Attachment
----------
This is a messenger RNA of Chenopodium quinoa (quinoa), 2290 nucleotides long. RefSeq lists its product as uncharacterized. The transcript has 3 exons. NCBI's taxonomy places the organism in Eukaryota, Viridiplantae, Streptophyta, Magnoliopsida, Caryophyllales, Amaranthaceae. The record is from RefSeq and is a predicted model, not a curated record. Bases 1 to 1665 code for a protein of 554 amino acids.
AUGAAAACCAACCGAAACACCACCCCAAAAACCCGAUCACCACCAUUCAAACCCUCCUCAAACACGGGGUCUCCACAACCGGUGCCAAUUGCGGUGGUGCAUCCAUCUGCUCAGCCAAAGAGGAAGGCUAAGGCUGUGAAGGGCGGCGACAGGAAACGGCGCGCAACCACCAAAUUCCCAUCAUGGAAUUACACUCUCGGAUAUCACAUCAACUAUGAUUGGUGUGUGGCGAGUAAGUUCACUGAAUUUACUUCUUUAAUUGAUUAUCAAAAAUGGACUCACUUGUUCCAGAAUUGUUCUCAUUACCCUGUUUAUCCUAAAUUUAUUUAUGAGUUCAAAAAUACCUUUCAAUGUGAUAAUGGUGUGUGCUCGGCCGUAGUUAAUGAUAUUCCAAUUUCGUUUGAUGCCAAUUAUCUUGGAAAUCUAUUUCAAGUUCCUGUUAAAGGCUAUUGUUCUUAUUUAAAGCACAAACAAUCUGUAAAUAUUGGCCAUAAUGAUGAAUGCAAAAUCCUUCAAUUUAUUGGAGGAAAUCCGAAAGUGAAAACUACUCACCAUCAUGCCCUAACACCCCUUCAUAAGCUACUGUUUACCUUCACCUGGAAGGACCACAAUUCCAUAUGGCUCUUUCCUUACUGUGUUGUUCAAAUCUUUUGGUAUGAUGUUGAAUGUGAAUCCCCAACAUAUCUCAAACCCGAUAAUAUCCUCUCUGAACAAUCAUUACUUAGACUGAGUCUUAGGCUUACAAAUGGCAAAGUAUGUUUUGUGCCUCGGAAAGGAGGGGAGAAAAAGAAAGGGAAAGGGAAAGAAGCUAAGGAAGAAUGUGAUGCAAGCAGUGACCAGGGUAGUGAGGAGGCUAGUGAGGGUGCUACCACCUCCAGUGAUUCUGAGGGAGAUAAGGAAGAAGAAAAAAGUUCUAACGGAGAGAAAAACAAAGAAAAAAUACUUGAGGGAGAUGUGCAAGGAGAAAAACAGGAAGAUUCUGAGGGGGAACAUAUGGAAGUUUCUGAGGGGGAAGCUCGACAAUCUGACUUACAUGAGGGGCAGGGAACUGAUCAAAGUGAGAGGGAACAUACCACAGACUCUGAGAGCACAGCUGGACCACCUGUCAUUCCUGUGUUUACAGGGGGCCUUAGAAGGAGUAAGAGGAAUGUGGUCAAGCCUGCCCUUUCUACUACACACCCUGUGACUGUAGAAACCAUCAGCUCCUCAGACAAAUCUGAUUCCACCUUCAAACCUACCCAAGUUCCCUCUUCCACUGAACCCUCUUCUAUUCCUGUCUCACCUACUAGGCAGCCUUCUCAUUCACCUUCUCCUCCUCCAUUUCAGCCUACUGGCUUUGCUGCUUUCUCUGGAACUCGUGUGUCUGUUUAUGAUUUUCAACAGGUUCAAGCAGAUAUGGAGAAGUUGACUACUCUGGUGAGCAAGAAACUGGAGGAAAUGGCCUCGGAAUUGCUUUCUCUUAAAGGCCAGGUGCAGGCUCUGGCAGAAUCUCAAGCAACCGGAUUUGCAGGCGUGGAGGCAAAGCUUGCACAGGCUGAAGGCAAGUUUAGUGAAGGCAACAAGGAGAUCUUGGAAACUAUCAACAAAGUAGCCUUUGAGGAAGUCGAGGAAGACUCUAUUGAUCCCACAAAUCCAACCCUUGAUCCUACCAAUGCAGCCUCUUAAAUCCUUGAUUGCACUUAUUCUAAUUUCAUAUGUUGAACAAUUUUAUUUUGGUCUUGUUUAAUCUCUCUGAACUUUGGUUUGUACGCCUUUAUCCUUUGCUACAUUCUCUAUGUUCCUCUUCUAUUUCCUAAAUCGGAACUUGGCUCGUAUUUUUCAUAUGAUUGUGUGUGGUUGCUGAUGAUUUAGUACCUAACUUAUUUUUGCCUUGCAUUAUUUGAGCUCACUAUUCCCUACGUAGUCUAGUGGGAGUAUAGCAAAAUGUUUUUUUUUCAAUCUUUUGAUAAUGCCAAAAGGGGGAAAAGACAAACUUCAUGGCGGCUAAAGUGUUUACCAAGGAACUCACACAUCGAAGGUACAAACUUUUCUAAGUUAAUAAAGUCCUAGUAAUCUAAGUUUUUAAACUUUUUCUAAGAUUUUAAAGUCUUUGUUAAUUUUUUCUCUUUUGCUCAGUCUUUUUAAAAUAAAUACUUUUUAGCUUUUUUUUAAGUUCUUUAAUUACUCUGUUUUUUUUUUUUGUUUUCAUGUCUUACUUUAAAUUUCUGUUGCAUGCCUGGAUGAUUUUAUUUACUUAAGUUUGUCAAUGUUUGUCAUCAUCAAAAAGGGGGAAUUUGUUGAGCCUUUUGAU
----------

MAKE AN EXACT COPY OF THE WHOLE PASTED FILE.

This is a messenger RNA of Chenopodium quinoa (quinoa), 2290 nucleotides long. RefSeq lists its product as uncharacterized. The transcript has 3 exons. NCBI's taxonomy places the organism in Eukaryota, Viridiplantae, Streptophyta, Magnoliopsida, Caryophyllales, Amaranthaceae. The record is from RefSeq and is a predicted model, not a curated record. Bases 1 to 1665 code for a protein of 554 amino acids.
AUGAAAACCAACCGAAACACCACCCCAAAAACCCGAUCACCACCAUUCAAACCCUCCUCAAACACGGGGUCUCCACAACCGGUGCCAAUUGCGGUGGUGCAUCCAUCUGCUCAGCCAAAGAGGAAGGCUAAGGCUGUGAAGGGCGGCGACAGGAAACGGCGCGCAACCACCAAAUUCCCAUCAUGGAAUUACACUCUCGGAUAUCACAUCAACUAUGAUUGGUGUGUGGCGAGUAAGUUCACUGAAUUUACUUCUUUAAUUGAUUAUCAAAAAUGGACUCACUUGUUCCAGAAUUGUUCUCAUUACCCUGUUUAUCCUAAAUUUAUUUAUGAGUUCAAAAAUACCUUUCAAUGUGAUAAUGGUGUGUGCUCGGCCGUAGUUAAUGAUAUUCCAAUUUCGUUUGAUGCCAAUUAUCUUGGAAAUCUAUUUCAAGUUCCUGUUAAAGGCUAUUGUUCUUAUUUAAAGCACAAACAAUCUGUAAAUAUUGGCCAUAAUGAUGAAUGCAAAAUCCUUCAAUUUAUUGGAGGAAAUCCGAAAGUGAAAACUACUCACCAUCAUGCCCUAACACCCCUUCAUAAGCUACUGUUUACCUUCACCUGGAAGGACCACAAUUCCAUAUGGCUCUUUCCUUACUGUGUUGUUCAAAUCUUUUGGUAUGAUGUUGAAUGUGAAUCCCCAACAUAUCUCAAACCCGAUAAUAUCCUCUCUGAACAAUCAUUACUUAGACUGAGUCUUAGGCUUACAAAUGGCAAAGUAUGUUUUGUGCCUCGGAAAGGAGGGGAGAAAAAGAAAGGGAAAGGGAAAGAAGCUAAGGAAGAAUGUGAUGCAAGCAGUGACCAGGGUAGUGAGGAGGCUAGUGAGGGUGCUACCACCUCCAGUGAUUCUGAGGGAGAUAAGGAAGAAGAAAAAAGUUCUAACGGAGAGAAAAACAAAGAAAAAAUACUUGAGGGAGAUGUGCAAGGAGAAAAACAGGAAGAUUCUGAGGGGGAACAUAUGGAAGUUUCUGAGGGGGAAGCUCGACAAUCUGACUUACAUGAGGGGCAGGGAACUGAUCAAAGUGAGAGGGAACAUACCACAGACUCUGAGAGCACAGCUGGACCACCUGUCAUUCCUGUGUUUACAGGGGGCCUUAGAAGGAGUAAGAGGAAUGUGGUCAAGCCUGCCCUUUCUACUACACACCCUGUGACUGUAGAAACCAUCAGCUCCUCAGACAAAUCUGAUUCCACCUUCAAACCUACCCAAGUUCCCUCUUCCACUGAACCCUCUUCUAUUCCUGUCUCACCUACUAGGCAGCCUUCUCAUUCACCUUCUCCUCCUCCAUUUCAGCCUACUGGCUUUGCUGCUUUCUCUGGAACUCGUGUGUCUGUUUAUGAUUUUCAACAGGUUCAAGCAGAUAUGGAGAAGUUGACUACUCUGGUGAGCAAGAAACUGGAGGAAAUGGCCUCGGAAUUGCUUUCUCUUAAAGGCCAGGUGCAGGCUCUGGCAGAAUCUCAAGCAACCGGAUUUGCAGGCGUGGAGGCAAAGCUUGCACAGGCUGAAGGCAAGUUUAGUGAAGGCAACAAGGAGAUCUUGGAAACUAUCAACAAAGUAGCCUUUGAGGAAGUCGAGGAAGACUCUAUUGAUCCCACAAAUCCAACCCUUGAUCCUACCAAUGCAGCCUCUUAAAUCCUUGAUUGCACUUAUUCUAAUUUCAUAUGUUGAACAAUUUUAUUUUGGUCUUGUUUAAUCUCUCUGAACUUUGGUUUGUACGCCUUUAUCCUUUGCUACAUUCUCUAUGUUCCUCUUCUAUUUCCUAAAUCGGAACUUGGCUCGUAUUUUUCAUAUGAUUGUGUGUGGUUGCUGAUGAUUUAGUACCUAACUUAUUUUUGCCUUGCAUUAUUUGAGCUCACUAUUCCCUACGUAGUCUAGUGGGAGUAUAGCAAAAUGUUUUUUUUUCAAUCUUUUGAUAAUGCCAAAAGGGGGAAAAGACAAACUUCAUGGCGGCUAAAGUGUUUACCAAGGAACUCACACAUCGAAGGUACAAACUUUUCUAAGUUAAUAAAGUCCUAGUAAUCUAAGUUUUUAAACUUUUUCUAAGAUUUUAAAGUCUUUGUUAAUUUUUUCUCUUUUGCUCAGUCUUUUUAAAAUAAAUACUUUUUAGCUUUUUUUUAAGUUCUUUAAUUACUCUGUUUUUUUUUUUUGUUUUCAUGUCUUACUUUAAAUUUCUGUUGCAUGCCUGGAUGAUUUUAUUUACUUAAGUUUGUCAAUGUUUGUCAUCAUCAAAAAGGGGGAAUUUGUUGAGCCUUUUGAU